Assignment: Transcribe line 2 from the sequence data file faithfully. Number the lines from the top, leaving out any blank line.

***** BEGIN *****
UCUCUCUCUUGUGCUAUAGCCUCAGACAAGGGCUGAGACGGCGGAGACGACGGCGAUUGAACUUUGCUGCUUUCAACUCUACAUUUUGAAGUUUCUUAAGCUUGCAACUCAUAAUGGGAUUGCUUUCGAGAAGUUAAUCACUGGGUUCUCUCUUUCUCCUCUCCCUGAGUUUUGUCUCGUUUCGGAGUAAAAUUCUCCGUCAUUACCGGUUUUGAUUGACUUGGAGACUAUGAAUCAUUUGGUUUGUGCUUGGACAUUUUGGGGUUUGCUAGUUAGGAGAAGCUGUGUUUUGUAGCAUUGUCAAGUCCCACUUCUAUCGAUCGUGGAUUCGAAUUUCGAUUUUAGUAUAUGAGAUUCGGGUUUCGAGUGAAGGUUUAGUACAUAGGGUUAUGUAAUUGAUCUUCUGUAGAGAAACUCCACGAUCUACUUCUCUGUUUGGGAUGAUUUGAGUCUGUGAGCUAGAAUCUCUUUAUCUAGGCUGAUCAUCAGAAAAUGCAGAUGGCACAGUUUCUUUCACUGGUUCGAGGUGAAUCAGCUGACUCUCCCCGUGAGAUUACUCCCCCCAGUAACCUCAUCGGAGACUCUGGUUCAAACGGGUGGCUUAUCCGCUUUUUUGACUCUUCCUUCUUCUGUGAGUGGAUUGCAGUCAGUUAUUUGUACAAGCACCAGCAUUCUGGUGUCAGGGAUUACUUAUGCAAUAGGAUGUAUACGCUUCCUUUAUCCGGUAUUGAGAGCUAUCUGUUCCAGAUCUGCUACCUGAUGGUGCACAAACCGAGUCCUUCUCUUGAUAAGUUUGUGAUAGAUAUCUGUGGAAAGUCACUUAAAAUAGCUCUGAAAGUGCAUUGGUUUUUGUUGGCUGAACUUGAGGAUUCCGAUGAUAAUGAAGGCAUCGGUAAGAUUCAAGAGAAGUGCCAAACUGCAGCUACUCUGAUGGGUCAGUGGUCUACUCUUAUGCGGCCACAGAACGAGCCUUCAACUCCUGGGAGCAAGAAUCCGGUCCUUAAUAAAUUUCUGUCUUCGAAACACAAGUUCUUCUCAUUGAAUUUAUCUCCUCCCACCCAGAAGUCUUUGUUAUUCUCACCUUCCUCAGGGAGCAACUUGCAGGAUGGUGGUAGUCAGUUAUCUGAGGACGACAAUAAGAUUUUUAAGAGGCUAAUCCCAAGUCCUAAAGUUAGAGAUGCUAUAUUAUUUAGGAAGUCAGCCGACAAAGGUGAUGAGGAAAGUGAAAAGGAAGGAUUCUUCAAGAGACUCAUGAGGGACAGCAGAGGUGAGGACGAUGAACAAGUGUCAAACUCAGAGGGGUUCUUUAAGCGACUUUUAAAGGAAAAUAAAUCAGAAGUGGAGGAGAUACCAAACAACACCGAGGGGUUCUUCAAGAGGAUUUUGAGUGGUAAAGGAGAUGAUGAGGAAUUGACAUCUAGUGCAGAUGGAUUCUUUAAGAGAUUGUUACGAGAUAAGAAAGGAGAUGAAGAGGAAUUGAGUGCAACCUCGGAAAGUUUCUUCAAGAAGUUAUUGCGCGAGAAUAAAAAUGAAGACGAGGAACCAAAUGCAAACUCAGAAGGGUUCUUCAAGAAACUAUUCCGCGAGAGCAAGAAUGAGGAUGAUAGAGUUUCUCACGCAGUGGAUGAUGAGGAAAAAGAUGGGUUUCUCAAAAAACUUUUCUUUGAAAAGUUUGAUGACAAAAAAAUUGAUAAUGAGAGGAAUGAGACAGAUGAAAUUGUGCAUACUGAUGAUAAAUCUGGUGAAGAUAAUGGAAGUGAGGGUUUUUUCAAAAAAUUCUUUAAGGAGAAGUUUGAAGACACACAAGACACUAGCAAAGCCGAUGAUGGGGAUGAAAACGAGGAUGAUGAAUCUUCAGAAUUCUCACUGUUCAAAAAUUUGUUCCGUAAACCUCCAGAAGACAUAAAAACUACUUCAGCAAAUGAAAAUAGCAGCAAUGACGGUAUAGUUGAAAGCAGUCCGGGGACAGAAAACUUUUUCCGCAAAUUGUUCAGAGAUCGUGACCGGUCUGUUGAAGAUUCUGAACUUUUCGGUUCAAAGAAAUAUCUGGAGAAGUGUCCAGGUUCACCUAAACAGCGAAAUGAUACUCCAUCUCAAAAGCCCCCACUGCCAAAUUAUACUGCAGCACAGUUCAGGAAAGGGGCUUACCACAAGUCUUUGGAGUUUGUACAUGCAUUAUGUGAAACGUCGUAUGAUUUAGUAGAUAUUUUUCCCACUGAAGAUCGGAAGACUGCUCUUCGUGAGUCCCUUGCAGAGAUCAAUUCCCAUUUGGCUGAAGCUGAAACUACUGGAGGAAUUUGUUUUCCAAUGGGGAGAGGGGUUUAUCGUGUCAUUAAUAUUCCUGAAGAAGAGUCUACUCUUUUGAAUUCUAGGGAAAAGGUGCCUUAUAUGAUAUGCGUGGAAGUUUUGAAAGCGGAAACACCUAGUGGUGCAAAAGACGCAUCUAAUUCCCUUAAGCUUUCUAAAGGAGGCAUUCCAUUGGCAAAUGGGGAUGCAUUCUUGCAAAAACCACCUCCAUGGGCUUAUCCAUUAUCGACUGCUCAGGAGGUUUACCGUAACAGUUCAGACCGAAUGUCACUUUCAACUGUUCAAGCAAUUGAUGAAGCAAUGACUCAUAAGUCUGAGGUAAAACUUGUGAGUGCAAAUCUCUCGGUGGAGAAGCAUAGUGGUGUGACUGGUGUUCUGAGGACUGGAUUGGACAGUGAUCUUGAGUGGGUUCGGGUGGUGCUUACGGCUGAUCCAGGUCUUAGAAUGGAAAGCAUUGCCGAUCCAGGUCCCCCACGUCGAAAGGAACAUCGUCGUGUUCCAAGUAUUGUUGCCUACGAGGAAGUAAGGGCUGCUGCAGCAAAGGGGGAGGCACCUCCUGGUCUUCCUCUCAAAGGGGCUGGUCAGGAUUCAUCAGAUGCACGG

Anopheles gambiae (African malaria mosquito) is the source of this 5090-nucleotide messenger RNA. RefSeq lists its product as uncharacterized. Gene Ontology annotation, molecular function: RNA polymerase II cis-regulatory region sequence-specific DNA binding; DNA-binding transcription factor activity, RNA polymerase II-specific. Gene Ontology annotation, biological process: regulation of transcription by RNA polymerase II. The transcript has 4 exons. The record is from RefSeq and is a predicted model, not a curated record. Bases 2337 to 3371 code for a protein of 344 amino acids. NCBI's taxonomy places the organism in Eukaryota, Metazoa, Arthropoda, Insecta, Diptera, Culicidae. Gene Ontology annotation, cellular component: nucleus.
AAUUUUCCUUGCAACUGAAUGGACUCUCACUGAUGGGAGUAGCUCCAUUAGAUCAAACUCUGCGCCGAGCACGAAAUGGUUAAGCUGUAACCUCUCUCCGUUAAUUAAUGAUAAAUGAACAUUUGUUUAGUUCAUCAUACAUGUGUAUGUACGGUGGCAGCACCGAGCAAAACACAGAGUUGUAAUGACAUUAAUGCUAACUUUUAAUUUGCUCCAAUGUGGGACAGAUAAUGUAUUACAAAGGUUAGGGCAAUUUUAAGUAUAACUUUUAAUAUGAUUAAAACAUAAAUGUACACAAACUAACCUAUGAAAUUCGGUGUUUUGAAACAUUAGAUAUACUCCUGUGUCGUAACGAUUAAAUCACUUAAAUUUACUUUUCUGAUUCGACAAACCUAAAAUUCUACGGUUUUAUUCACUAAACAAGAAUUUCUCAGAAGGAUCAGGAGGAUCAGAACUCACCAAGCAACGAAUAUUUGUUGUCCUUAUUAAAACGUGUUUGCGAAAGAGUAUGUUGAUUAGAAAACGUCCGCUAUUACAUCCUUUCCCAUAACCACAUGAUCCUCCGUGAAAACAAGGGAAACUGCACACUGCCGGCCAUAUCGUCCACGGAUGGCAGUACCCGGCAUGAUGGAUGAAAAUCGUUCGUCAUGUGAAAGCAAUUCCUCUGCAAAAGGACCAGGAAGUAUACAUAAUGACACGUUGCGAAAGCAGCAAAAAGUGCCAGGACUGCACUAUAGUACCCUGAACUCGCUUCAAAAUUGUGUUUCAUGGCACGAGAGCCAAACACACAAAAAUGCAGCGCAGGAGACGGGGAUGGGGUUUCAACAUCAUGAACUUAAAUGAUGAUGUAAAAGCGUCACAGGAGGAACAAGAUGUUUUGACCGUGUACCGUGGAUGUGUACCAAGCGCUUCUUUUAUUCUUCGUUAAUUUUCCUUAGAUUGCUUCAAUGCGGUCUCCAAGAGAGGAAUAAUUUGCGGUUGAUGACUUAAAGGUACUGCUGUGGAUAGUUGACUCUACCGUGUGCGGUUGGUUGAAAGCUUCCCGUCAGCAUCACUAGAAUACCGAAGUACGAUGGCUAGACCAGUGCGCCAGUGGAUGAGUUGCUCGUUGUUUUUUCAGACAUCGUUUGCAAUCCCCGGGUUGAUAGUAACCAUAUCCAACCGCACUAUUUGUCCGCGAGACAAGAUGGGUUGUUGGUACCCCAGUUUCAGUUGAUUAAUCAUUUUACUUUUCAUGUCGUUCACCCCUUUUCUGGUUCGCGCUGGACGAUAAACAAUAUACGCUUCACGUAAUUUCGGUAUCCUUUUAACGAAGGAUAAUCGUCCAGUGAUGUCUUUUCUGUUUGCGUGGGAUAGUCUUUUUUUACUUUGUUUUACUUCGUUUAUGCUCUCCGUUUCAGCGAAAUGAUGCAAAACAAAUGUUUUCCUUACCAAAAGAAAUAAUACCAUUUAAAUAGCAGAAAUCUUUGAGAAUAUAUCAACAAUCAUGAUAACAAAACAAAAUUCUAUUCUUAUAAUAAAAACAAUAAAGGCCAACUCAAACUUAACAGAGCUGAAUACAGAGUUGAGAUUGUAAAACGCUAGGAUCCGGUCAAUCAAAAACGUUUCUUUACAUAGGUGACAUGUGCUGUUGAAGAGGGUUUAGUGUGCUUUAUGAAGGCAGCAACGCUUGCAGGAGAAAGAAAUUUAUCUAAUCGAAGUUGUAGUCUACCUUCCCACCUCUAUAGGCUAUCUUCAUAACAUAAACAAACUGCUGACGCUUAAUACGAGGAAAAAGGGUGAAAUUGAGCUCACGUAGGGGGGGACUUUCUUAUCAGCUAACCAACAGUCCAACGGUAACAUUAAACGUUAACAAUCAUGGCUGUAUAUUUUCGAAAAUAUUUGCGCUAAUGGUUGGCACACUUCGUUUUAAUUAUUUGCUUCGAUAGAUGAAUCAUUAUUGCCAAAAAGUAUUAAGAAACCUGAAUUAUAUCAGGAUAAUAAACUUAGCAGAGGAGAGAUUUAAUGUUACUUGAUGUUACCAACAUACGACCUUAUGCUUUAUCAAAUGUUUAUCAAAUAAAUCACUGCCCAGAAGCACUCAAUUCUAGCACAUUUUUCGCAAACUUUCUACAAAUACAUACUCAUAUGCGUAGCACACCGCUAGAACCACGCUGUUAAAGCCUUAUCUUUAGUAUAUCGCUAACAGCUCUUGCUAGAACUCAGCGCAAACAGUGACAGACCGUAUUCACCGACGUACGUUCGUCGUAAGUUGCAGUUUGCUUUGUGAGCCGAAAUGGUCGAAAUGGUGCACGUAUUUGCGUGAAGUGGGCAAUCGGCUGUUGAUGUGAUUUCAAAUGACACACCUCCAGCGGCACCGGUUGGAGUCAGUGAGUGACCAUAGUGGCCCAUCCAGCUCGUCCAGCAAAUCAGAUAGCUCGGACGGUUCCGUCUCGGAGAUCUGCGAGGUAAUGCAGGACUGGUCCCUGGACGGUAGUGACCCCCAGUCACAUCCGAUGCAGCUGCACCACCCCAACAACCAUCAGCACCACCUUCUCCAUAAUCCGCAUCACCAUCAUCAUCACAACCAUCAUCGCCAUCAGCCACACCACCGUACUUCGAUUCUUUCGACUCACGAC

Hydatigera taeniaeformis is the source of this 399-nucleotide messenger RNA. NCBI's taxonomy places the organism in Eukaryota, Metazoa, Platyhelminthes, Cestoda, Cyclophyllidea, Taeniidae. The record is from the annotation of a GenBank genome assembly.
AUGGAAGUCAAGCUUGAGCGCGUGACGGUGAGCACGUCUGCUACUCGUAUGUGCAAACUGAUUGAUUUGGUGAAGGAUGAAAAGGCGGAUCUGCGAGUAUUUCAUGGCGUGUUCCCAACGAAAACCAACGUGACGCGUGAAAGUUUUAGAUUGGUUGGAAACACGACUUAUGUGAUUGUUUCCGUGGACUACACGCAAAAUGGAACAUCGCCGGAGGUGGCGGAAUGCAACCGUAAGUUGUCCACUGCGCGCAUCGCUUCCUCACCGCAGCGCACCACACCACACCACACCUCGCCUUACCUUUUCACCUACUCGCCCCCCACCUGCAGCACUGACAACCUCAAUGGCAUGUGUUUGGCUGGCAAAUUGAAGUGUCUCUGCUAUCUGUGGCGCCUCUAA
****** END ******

Anopheles gambiae (African malaria mosquito) is the source of this 5090-nucleotide messenger RNA. RefSeq lists its product as uncharacterized. Gene Ontology annotation, molecular function: RNA polymerase II cis-regulatory region sequence-specific DNA binding; DNA-binding transcription factor activity, RNA polymerase II-specific. Gene Ontology annotation, biological process: regulation of transcription by RNA polymerase II. The transcript has 4 exons. The record is from RefSeq and is a predicted model, not a curated record. Bases 2337 to 3371 code for a protein of 344 amino acids. NCBI's taxonomy places the organism in Eukaryota, Metazoa, Arthropoda, Insecta, Diptera, Culicidae. Gene Ontology annotation, cellular component: nucleus.